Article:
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Why Corporate Parents Can't Sue for Subsidiary's Breach of Contract Under NY Law

Let's cut right to the chase:
 
“New York law bars parent corporations from bringing direct suits aimed at vindicating injuries suffered by their subsidiaries.” Id.,citing NAF Holdings, LLC v. Li & Fung (Trading) Ltd., No. 10 Civ. 5762(PAE), 2013 WL 489020, at *7 (S.D.N.Y. Feb.8, 2013). As noted by the Federal Appeals Court for New York (the Second Circuit), a corporate subsidiary is a “separate corporation,” and the parent company thus does not have any inherent “standing to assert [the subsidiary's] legal rights.” Hudson Optical Corp. v. Cabot Safety Corp., No. 97–9046, 1998 WL 642471, at *3 (2d Cir. Mar.25, 1998) (summary order).
 
Why a Parent Company Can't Sue on Behalf of its Subsidiary Under NY Law
 
As a New York court recently noted, if the law were different, the following general rule would be eviscerated:
 
"[C]orporations have an existence separate and distinct from that of their shareholders, and an individual shareholder cannot secure a personal recovery for an alleged wrong done to a corporation. The fact that an individual closely affiliated with a corporation (for example, a principal shareholder, or even a sole shareholder), is incidentally injured by an injury to the corporation does not confer on the injured individual standing to sue on the basis of either that indirect injury or the direct injury to the corporation."

New Castle Siding Co., Inc. v. Wolfson, 97 A.D.2d 501, 502, 468 N.Y.S.2d 20, 21 (2d Dep't 1983)(internal citations omitted) aff'd, 63 N.Y.2d 782, 481 N.Y.S.2d 70, 470 N.E.2d 868 (1984); see also In re Beck Indus., Inc., 479 F.2d 410, 418 (2d Cir.1973) (“Where a parent corporation desires the legal benefits to be derived from organization of a subsidiary that will function separately and autonomously in the conduct of its own distinct business, the parent must accept the legal consequences, including its inability later to treat the subsidiary as its alter ego because of certain advantages that might thereby be gained. In short the parent cannot ‘have it both ways.’ ”); Clarex Ltd. v. Natixis Sec. Am. LLC, No. 12 Civ. 0722(PAE), 2012 WL 4849146, at *6 (S.D.N.Y. Oct.12, 2012) (“It is black-letter law that one corporation cannot assert an affiliate's legal rights.”)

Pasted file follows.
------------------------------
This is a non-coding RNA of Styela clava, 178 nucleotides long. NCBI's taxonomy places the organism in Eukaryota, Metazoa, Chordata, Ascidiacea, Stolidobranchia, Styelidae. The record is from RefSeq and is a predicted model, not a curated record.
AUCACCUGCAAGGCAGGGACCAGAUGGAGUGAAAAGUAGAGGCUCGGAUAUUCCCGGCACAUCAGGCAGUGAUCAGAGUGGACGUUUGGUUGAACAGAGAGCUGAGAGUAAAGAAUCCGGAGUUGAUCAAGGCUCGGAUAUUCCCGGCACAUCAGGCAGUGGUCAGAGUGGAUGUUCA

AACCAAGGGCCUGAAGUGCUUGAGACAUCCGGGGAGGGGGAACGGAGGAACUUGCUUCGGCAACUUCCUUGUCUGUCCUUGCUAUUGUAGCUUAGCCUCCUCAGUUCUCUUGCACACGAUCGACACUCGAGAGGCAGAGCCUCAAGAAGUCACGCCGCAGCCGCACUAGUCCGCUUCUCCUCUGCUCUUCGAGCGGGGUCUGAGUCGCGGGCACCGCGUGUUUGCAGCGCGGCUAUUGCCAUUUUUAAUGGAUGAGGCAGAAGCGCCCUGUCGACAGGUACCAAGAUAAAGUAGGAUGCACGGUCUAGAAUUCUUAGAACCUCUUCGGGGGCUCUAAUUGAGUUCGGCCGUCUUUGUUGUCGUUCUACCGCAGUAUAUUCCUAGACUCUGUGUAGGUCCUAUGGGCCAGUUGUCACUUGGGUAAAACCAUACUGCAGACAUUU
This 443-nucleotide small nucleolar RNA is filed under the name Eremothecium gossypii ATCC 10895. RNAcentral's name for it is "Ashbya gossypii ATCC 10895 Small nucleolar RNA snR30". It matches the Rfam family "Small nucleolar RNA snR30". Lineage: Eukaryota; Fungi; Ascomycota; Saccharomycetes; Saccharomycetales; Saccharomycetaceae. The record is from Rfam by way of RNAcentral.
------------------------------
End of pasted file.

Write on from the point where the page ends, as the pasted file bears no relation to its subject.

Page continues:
The Takeaway

If you plan to sue on behalf of a corporation, make sure you are suing in the correct corporation's name; otherwise you claim is susceptible to being dismissed.


Jonathan Cooper
Employment Litigation and School Negligence Lawyer